Can trustees simultaneously exist and not exist for the purposes of the Taxes Management Act 1970? This was one of the questions examined by the FTT for the Trustees of the Paul Hogarth Life Interest Trust 2008.
What must trustees report?
In many cases, trustees directly receive and manage income and gains and make decisions about which beneficiaries should receive distributions. Such trustees are treated as a separate legal person with a distinct and separate rate of tax, subject to the full panoply of returns, assessments and penalties.
However, where the beneficiaries of an interest in possession (IIP) trust have an absolute right to income as it arises, the trustees frequently mandate the income to the beneficiaries, bypassing their own hands altogether. In the absence of either capital gains or income (chargeable event) gains, such trustees have very little active involvement.
Judge Richard Thomas recently had to consider how this translates into responsibility for tax returns for the trustees of an IIP which had no income to report.
HMRC issued a notice to file a self assessment return for 2010/11 on 6 April 2011 to “The Paul Hogarth Life Interest Trust 2008” (TC06757). The normal filing dates of 31 October 2011 (paper) or 31 January 2012 (online) applied. An electronic return was eventually filed on 5 September 2012.
This led HMRC to issue penalties under Schedule 55 Finance Act 2009 totalling £1,200, which were appealed.
The term “relevant trustees” is derived from s7(9) TMA 1970 and, for income purposes, refers to those persons who were trustees when the income arose and any successors. Section 7 relates to notifying chargeability to tax, and it is clear from the above definition that, if no income arises during a tax year which is chargeable on the trustees (nor any chargeable event gains or capital gains), there are no relevant trustees who have any obligation to notify HMRC.
What complicates things, however, is that s7(9) TMA 1970 defines relevant trustees “for the purpose of this act”. So when s8A TMA 1970 specifies that HMRC can issue tax return notices to “any relevant trustee”, it would appear to be those non-existent trustees who are in the frame.
The penalty provisions in Schedule 55, FA 2009 are written in a more modern style, and paragraph 1 specifies that a penalty “is payable by a person (P) where P fails to make or deliver a return”.
Judge Thomas had no difficulty in concluding this meant that the person (P) on whom a penalty can be assessed must be the person upon whom the return was validly served – in other words, the “relevant trustees” (who, as we have already established, appear not to exist).
Was the notice valid?
Judge Thomas concluded, given the nature of the trust and the fact that no income was received by the trustees, the definition in s7 TMA 1970 does indeed invalidate HMRC’s ability to issue a tax return under s8A, TMA 1970.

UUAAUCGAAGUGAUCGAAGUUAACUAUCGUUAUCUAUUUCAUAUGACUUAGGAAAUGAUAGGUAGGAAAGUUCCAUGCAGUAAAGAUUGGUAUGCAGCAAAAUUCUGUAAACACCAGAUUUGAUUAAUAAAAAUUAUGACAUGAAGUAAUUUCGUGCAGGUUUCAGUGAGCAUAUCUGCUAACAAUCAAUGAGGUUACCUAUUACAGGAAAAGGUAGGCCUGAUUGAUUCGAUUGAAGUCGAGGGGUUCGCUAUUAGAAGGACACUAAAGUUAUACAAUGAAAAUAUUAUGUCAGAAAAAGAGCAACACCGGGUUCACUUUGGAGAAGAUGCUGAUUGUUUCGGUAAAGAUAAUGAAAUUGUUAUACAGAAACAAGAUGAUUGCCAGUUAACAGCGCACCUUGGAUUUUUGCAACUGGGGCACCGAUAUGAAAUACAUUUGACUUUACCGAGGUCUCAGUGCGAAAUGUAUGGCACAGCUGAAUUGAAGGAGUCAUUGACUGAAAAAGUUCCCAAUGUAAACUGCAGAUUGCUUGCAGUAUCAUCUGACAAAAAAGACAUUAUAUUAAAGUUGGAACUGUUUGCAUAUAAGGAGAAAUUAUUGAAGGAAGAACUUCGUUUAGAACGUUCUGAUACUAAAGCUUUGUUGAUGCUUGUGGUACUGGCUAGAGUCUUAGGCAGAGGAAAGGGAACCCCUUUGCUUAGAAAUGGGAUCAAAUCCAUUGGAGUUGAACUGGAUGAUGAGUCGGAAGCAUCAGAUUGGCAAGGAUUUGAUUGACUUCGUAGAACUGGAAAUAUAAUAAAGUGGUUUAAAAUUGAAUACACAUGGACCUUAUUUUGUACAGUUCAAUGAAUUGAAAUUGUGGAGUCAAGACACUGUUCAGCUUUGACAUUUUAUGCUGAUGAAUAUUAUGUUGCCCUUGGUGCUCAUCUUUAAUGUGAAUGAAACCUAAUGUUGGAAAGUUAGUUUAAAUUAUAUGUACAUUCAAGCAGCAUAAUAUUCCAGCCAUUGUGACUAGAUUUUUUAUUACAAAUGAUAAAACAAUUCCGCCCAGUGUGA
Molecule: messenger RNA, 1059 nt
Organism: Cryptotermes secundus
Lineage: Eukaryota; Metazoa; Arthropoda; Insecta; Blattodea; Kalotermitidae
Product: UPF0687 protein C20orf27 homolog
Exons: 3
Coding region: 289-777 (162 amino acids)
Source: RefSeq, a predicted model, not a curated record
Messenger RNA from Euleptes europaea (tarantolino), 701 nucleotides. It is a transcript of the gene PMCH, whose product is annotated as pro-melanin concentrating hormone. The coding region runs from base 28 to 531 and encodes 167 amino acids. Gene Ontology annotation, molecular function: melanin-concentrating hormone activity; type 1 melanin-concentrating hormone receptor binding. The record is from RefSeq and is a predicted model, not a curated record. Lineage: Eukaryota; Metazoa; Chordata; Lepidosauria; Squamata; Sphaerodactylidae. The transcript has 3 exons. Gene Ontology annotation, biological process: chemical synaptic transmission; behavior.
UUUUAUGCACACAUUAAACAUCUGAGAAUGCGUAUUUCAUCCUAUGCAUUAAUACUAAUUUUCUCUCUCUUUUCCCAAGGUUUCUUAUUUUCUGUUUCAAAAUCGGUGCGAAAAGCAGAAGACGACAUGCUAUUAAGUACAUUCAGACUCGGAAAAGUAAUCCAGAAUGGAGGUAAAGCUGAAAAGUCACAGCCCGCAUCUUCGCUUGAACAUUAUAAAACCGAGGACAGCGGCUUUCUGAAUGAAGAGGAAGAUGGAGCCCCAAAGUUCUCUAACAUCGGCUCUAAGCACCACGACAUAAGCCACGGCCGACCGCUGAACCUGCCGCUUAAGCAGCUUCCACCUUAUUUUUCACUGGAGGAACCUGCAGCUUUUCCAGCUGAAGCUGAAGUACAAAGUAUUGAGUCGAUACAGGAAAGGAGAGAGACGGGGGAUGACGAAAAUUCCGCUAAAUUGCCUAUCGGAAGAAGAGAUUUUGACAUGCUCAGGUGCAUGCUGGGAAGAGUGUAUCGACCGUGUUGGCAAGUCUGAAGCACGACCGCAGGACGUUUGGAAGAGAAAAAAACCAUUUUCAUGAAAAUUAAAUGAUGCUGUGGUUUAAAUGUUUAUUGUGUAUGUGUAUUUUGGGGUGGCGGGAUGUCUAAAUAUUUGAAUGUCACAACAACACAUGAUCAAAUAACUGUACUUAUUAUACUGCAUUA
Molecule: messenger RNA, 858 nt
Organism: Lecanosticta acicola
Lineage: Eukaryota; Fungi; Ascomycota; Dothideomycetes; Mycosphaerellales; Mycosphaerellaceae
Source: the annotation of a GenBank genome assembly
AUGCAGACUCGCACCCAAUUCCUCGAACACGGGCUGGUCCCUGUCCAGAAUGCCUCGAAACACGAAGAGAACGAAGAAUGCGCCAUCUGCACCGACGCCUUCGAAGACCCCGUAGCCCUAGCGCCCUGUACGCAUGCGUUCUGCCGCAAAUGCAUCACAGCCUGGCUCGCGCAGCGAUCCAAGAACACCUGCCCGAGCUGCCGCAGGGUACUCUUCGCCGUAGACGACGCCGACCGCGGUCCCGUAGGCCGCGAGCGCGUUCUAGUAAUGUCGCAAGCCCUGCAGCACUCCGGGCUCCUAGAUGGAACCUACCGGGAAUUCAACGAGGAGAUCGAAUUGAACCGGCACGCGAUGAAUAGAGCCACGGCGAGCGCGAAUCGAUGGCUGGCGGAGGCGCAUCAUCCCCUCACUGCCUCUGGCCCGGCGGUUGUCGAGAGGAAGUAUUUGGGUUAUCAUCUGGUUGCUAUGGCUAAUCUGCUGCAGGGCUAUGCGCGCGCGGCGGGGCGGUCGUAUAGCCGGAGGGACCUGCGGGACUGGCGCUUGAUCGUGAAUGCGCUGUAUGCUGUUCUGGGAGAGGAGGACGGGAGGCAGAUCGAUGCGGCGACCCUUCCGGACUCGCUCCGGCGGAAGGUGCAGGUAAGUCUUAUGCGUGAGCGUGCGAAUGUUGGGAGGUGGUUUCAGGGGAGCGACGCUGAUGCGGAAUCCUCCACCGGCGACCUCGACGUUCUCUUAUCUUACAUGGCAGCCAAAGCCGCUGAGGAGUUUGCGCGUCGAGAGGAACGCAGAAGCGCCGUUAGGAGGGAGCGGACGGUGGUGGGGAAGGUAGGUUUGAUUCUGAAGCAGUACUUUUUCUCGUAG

Might this, he wondered, be a deliberate choice by Parliament? He saw some support for this on – of all places – HMRC’s website, which in 2011 read:
“It's important to think about whether HMRC really needs to be told about your trust. To avoid having to complete a tax return unnecessarily it’s better to wait until your trust is receiving income or has made any chargeable capital gains” (writer’s emphasis).
Added to this is the fact that the trust return used for the year – form SA900(2011) – does not ask any questions which would garner any usable information from trustees in the situation of the Hogarth trust. A blank return would certainly pass the test of “unnecessary”. For that reason, the judge ruled that “a notice to file cannot be given, and no one can be penalised for failing to deliver one”. The appeal was allowed and the penalties were cancelled.
The judge also reviewed whether HMRC had adequately considered if there were special circumstances which would negate the penalties. He felt that this was the case.
For periods up to 5 April 2012, the (now repealed) s76 TMA 1970 dealt specifically with trusts where all the income is mandated to the beneficiaries, as did HMRC’s trusts manual at TSEM3040 – which points out that income mandated to beneficiaries is excluded from the trust return. Since HMRC did not consider this (or, if it did, failed to give reasons for rejecting this reason as being a special circumstance) HMRC’s decision was flawed.
Trustees of an interest in possession (IIP) trust who mandate all their income to the beneficiaries should not be troubled by tax returns unless they realise gains. The income is taxable in the hands of the beneficiary, and HMRC is wasting its own time, as well as everyone else’s, by issuing unnecessary tax returns.
This judgment confirms and offers reassurance that penalties should not be due for late filing of the inevitable “nil” return.